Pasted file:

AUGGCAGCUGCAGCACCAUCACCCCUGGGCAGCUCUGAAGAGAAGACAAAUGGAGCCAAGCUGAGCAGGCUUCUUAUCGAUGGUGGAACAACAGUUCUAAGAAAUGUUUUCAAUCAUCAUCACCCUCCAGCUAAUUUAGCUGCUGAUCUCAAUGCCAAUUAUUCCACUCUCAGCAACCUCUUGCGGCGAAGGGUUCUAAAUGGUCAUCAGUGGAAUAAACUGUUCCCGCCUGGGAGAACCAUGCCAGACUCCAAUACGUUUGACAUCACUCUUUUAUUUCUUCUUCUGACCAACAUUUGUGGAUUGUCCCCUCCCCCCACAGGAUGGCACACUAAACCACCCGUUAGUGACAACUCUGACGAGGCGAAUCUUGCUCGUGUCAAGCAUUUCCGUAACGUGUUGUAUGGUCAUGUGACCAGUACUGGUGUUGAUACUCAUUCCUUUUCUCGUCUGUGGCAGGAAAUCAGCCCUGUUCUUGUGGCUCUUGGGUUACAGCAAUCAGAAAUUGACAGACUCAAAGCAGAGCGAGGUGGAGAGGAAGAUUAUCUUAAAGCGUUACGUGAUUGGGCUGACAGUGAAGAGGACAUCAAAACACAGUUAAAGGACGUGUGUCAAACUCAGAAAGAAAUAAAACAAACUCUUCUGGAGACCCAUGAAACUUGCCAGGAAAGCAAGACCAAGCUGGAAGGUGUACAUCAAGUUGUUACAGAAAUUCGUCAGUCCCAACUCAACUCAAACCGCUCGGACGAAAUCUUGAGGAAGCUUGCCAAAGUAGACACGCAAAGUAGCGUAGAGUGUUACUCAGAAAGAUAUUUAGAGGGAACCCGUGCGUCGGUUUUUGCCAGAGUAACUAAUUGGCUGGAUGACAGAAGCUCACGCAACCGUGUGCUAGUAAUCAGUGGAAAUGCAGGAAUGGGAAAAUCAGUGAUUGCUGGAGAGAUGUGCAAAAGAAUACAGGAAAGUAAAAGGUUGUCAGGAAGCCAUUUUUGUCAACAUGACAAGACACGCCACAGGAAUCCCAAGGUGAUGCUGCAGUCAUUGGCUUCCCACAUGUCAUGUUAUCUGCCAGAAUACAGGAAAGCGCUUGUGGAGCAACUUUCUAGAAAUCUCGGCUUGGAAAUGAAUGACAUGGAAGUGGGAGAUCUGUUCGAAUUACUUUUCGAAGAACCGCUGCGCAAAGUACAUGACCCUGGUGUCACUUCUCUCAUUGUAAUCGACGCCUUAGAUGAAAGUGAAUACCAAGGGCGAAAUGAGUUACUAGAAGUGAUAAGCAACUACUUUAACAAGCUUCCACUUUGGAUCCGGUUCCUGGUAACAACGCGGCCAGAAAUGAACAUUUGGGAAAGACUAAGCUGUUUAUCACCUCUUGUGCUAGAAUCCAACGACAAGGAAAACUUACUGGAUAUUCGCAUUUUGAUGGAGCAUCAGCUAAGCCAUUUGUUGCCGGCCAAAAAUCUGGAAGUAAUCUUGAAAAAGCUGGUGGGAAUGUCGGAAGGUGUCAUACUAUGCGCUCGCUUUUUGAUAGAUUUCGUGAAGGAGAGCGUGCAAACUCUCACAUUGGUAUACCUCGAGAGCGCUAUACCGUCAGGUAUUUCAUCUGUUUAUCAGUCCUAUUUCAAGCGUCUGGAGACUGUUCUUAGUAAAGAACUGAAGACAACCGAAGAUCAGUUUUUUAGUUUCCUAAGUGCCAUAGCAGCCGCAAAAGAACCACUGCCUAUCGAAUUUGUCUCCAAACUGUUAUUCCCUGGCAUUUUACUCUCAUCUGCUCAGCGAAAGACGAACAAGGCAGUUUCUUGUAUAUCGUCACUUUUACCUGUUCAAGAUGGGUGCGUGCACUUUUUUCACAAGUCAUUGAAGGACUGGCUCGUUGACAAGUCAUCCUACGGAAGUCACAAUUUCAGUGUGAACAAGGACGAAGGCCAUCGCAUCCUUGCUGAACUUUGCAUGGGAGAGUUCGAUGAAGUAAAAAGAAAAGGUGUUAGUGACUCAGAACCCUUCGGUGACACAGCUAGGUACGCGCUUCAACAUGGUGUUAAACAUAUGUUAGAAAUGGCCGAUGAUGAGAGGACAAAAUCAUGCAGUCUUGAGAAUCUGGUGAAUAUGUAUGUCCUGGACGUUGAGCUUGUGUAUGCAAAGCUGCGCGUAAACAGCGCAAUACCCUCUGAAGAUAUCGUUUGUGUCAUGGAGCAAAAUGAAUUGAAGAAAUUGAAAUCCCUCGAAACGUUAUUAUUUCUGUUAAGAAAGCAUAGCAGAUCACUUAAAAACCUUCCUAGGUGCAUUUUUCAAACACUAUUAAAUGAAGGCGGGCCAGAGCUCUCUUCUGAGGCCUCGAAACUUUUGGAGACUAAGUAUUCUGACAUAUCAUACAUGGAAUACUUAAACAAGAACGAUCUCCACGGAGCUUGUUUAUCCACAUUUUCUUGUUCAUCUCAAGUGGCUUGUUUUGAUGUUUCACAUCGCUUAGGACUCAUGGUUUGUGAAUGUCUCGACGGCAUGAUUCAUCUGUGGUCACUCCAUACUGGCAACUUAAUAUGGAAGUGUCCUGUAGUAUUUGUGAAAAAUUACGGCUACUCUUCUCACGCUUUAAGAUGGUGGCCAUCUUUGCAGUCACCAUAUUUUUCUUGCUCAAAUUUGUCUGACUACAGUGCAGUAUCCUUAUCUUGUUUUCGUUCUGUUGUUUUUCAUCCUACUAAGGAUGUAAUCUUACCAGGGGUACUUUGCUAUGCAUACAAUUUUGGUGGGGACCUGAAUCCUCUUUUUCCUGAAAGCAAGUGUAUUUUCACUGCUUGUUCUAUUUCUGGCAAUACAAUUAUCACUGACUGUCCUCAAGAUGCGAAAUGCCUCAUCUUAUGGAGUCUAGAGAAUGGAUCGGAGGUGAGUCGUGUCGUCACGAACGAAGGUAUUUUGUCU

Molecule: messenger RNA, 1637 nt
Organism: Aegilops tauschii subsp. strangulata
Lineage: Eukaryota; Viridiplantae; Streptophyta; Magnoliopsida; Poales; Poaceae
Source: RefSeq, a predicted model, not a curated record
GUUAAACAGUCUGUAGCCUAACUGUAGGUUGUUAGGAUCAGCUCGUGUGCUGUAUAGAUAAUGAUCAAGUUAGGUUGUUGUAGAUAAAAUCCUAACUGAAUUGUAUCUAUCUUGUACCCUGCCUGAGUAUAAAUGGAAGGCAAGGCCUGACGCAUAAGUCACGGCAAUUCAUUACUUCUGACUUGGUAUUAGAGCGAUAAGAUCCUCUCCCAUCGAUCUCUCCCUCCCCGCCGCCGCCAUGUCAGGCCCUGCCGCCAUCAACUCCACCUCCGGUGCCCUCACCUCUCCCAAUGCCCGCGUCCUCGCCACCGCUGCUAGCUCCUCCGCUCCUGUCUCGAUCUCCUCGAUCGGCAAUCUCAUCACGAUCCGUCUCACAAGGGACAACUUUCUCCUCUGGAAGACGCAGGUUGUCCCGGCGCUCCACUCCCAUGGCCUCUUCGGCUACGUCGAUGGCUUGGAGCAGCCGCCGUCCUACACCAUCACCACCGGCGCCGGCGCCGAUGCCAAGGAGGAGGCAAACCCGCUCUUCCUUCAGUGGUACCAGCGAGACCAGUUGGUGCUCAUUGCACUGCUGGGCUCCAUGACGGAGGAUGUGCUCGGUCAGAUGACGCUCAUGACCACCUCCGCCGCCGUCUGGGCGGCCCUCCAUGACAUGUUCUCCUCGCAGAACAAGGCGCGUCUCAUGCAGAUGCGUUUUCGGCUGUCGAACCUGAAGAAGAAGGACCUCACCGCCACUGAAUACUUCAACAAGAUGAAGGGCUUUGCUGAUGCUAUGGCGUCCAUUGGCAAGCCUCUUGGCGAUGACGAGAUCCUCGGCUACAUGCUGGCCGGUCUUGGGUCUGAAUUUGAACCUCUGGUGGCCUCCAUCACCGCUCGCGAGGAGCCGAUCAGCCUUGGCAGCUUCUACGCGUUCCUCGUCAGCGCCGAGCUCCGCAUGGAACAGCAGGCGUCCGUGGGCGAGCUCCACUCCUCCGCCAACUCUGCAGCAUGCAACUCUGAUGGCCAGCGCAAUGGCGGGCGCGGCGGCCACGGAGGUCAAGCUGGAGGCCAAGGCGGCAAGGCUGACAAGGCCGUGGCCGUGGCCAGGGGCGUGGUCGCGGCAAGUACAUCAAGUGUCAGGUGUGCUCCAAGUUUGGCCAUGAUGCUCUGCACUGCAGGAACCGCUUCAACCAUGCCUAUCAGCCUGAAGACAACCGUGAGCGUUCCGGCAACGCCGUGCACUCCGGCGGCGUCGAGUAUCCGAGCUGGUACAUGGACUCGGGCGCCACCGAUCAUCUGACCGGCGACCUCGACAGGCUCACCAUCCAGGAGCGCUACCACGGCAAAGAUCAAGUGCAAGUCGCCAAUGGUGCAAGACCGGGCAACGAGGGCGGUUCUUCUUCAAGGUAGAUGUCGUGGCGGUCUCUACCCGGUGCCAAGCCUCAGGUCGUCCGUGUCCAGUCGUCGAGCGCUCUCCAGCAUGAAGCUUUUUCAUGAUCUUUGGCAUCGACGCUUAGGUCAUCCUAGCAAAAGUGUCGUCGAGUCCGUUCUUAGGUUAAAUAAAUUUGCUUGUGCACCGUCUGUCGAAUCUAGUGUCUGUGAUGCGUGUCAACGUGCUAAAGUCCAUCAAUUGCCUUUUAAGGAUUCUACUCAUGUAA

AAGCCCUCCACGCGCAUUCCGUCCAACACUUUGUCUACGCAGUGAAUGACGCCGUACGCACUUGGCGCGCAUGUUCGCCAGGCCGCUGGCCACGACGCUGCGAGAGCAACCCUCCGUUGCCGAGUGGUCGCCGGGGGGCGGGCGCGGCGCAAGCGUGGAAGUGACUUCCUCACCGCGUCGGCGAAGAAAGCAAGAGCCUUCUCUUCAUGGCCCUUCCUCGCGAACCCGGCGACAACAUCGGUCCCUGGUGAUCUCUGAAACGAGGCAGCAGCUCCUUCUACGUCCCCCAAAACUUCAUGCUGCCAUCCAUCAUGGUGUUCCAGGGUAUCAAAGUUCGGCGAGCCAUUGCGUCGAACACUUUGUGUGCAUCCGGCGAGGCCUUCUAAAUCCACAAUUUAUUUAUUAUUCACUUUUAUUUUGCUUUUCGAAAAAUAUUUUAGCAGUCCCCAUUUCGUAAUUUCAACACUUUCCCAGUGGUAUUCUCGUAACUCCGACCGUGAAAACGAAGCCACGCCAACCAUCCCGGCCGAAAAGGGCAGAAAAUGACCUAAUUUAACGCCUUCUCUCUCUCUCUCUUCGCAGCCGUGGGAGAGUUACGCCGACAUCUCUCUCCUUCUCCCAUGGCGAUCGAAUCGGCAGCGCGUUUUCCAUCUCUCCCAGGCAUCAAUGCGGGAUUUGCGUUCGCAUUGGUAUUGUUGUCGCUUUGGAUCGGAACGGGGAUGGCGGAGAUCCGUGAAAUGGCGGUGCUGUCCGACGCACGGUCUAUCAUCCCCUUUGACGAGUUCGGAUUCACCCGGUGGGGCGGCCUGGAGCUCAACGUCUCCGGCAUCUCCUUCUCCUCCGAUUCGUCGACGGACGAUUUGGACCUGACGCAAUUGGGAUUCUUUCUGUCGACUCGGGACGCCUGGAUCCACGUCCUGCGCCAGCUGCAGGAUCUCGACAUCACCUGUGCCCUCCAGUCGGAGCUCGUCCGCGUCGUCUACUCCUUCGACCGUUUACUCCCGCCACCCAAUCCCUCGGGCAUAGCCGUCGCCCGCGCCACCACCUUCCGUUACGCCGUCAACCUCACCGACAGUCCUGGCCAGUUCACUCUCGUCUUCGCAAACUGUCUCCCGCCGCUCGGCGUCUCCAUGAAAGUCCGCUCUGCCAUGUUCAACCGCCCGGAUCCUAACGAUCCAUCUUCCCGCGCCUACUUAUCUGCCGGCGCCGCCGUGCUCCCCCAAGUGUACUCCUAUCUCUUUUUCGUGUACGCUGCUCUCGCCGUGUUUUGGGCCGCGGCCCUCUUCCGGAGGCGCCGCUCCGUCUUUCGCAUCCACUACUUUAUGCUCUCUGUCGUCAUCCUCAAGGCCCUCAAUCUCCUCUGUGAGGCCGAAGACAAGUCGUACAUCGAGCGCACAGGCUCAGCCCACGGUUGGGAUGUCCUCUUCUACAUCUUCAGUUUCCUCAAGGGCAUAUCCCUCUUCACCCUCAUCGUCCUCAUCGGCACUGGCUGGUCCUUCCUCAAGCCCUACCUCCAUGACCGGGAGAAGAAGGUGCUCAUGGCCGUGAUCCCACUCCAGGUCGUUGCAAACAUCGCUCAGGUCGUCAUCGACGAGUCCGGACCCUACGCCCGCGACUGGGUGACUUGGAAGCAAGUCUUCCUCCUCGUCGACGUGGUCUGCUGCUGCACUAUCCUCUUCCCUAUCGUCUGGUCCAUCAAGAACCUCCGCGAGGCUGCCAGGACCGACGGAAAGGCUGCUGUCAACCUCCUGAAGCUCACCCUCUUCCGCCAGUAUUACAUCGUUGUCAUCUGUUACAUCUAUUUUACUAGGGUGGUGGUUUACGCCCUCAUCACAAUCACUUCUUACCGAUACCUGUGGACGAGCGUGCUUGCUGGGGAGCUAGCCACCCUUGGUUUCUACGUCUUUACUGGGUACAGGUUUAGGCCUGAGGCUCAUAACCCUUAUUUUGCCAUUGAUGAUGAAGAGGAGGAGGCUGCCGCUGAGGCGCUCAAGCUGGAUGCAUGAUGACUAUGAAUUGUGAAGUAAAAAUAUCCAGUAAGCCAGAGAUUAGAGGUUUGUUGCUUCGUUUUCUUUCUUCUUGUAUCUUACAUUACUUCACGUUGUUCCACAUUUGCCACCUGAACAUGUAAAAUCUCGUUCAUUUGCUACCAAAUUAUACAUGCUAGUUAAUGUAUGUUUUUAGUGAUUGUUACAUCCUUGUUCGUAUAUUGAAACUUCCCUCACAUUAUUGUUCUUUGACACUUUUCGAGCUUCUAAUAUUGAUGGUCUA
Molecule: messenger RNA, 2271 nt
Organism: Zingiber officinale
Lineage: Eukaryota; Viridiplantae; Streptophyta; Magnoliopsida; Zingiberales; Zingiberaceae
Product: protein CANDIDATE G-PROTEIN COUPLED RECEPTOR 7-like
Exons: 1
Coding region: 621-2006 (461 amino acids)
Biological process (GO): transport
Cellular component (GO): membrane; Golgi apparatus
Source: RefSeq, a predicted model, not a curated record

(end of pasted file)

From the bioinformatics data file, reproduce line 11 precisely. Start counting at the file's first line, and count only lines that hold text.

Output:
Product: protein CANDIDATE G-PROTEIN COUPLED RECEPTOR 7-like